The Past and the Present of Golu

Golu, for me meant a lot of things as a child. Holidays were on top of the list. Then it was pattu pavadai, flowers, sundal and tightly packed social evenings.
What I cherish most, looking some fifteen years back in time, is the family bonding on the night of amavasya as cartons full of antique clay dolls would be brought down from the attic.
Carefully unravelling the dolls from tightly wrapped newspapers and guessing what might appear from below the wraps was like an exciting game, full of anticipation. We would silently pray that everything had remained intact from last year’s packing.
The dolls were all some 50 years old. Clay idols with veggie dyes. All natural and eco-friendly. Retaining their ever-fresh beauty to this day. Something money can’t buy anymore!
The other excitement was to creatively imagine how to adjust the home furniture to build the seven steps. How to level them well with books and old newspapers; how to pin up old silk sarees and dhotis to mask and cover the steps and the furniture, preventing it from exposing and revealing itself to the guests over the next ten days. You see, it was all hand-crafted; nothing was custom made; which is why it was all so much more fun. Children today will probably roll their eyes at such trivialities.
Then followed the arrangement of dolls as per their height. The building of the park! Ah! Sowing seeds of fenugreek or mustard and watching those little plush green sprouts erupt out of the dark brown soil; watering it just enough everyday – though small pleasures, all this contributed to the growing excitement.
Every afternoon amma would make sundal and offer it to the devis. I have wondered how she got the balance in that right every single time without ever tasting it while cooking. ‘It’s the grace of God’, she would say.
As twilight fell, women from the neighbourhood would start trickling in, resplendent in sarees, spreading wafts of fresh jasmine aroma all around. Sounds of animated chit-chat about simple, day-to-day affairs and then a nice devarnama to wrap it all up. They would return with their manjal kungumam and thamboolam with sundal.
It was all about simplicity, tradition and amicable interaction between neighbours in the locality. If at all it makes a difference, let me add – I grew up in Mysore, not in Chennai.
Today, I am confused. The basic question of why we still cling on to this traditions hangs in the air.
We invite and get invited for golu by emails, mostly. We visit. Do any of us observe the stories that the dolls tell us even for five minutes? Does anyone do the namaskarams? Is there any devotion in the songs we sing to Saraswati, the mighty goddess of learning?
Contributing to my confusion regarding present day navarathri are the following factors.
Almost all homes now keep dismantlable steps, made of wood or slotted angles. And every host invariably has a long story describing how difficult it was to bring down, lift and move these shelves around. Life, made so much easier by the market, suddenly sounds so much more painful.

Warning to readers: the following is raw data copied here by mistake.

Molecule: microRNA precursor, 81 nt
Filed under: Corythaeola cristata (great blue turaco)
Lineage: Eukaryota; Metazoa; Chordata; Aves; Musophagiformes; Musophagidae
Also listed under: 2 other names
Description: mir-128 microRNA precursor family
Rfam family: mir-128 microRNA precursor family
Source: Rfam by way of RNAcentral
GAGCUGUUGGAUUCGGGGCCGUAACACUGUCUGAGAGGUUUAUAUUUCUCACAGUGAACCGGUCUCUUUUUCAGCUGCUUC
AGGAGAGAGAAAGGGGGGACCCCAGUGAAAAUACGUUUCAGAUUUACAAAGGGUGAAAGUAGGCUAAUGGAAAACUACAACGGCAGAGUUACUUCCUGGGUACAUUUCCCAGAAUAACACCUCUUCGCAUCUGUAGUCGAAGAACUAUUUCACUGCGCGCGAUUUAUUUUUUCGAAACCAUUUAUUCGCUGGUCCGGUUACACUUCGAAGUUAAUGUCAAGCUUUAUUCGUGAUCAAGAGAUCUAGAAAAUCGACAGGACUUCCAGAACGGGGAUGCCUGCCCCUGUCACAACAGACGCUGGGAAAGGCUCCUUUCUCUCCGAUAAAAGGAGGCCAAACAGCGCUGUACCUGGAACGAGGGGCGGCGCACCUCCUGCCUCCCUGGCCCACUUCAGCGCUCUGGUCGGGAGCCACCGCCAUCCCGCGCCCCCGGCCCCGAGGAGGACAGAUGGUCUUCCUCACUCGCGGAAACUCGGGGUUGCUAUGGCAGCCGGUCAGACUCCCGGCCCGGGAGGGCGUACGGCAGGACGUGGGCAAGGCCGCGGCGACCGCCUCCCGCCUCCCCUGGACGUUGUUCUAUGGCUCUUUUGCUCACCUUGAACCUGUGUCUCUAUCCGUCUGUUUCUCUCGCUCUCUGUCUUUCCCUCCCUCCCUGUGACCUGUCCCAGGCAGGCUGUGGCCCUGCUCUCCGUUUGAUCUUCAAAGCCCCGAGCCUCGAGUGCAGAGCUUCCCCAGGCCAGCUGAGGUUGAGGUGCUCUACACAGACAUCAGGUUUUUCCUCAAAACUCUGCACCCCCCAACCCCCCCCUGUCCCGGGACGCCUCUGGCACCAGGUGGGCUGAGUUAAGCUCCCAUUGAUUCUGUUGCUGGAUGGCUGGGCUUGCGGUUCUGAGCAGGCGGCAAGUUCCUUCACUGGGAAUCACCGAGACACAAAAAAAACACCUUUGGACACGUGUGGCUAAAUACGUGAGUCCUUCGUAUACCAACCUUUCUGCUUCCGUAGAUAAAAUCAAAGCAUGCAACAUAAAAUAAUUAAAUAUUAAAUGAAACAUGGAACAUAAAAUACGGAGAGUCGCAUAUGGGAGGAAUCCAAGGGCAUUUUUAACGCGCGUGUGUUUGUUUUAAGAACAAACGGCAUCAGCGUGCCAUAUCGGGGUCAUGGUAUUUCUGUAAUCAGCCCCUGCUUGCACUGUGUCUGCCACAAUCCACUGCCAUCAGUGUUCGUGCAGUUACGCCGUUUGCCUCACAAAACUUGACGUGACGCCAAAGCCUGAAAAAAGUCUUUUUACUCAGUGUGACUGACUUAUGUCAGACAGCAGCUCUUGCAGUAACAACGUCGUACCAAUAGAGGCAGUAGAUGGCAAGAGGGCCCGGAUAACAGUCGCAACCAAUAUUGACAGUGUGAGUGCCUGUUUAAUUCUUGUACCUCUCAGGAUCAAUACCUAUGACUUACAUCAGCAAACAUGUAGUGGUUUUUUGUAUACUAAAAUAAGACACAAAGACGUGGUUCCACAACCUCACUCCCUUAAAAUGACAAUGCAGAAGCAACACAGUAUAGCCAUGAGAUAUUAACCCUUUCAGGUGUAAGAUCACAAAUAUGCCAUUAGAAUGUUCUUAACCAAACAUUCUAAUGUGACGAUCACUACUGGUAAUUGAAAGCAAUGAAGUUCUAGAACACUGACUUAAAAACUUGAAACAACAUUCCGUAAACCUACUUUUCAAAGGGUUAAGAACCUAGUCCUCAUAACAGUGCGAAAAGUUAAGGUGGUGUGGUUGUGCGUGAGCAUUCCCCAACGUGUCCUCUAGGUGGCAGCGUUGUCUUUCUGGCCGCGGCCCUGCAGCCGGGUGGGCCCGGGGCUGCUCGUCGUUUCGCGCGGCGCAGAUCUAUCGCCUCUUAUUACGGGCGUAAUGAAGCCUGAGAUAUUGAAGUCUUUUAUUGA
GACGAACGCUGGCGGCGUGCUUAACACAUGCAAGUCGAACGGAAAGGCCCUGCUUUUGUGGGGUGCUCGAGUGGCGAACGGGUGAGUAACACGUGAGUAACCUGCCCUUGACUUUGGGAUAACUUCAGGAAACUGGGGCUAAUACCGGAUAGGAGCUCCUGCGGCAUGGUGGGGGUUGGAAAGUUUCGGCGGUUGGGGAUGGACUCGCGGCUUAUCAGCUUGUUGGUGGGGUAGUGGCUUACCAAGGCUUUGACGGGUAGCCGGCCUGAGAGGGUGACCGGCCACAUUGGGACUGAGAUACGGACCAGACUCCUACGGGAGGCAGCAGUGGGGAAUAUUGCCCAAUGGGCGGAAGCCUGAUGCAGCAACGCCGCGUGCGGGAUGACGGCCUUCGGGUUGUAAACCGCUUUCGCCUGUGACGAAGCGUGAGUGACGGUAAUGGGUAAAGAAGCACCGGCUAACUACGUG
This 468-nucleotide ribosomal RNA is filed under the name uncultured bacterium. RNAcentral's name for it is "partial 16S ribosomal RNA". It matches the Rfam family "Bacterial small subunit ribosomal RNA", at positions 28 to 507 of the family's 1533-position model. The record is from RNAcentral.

One house I visited, flaunted their latest set of dolls about festivals of India. They are dolls alright but where was the expression on their faces? Is it all about buying new sets of dolls each year? In that case, in twenty years, the whole house would be covered with golu dolls.
The kind of new dolls that are bought nowadays, is a whole new argument. Dolls are available from all over the world. Eco-friendly clay dolls are a miniscule percentage. I remember asking in every visit I made this time – show me your antique dolls. Almost every time, I was disappointed.
And then there are the runner lights flickering around the golu even in broad daylight. Kuthu vilakkus have electric lights on them too. Gone are those days when we enjoyed lighting an oil lamp and being numbed for a few seconds by the smell of the burning oil wicks.
Inviting people home seems a necessary evil now. On the one hand, we want to prove to the world that we are still holding on to the tradition of displaying dolls. So we think about how it should be better than ‘the folks next door’. On the other hand, we want to be done with all the inviting on one of the weekends so that other days are peaceful. Some of us like to flaunt our wealth also by inviting people over for lunch in the name of a satsang. This is the reality. And I am so stumped by it.
One of those who invited me this time didn’t even make eye contact while I was at their place. Was all this necessary at all then; was I just a name on the attendance register, I wondered?
I shouldn’t forget the goodie-bag. Starting from buying return gifts creatively and packing them in creatively crafted bags, it’s all a big business proposition. If I think back on how many such small gifts I received that actually came of use, I can barely think of any over the last eight years. The kind of plastic and thermocol junk we generate and accumulate during this period is appalling.
It pains me that the whole spirit of the festival has been stolen and commercialised. I want to go back to being an eight year old for those ten days. It’s sad that my kids experience this convoluted way of celebrating a simple festival today.

2 thoughts on “The Past and the Present of Golu

  1. So heart breaking to read this. My memories of visiting my friend’s home for Golu was usually getting Sundal and a sweet. Most of the dolls back then had significant memories for the owners, i.e. Marriages, birthdays, etc. I suppose the moaning about the set up is the only constant 😄

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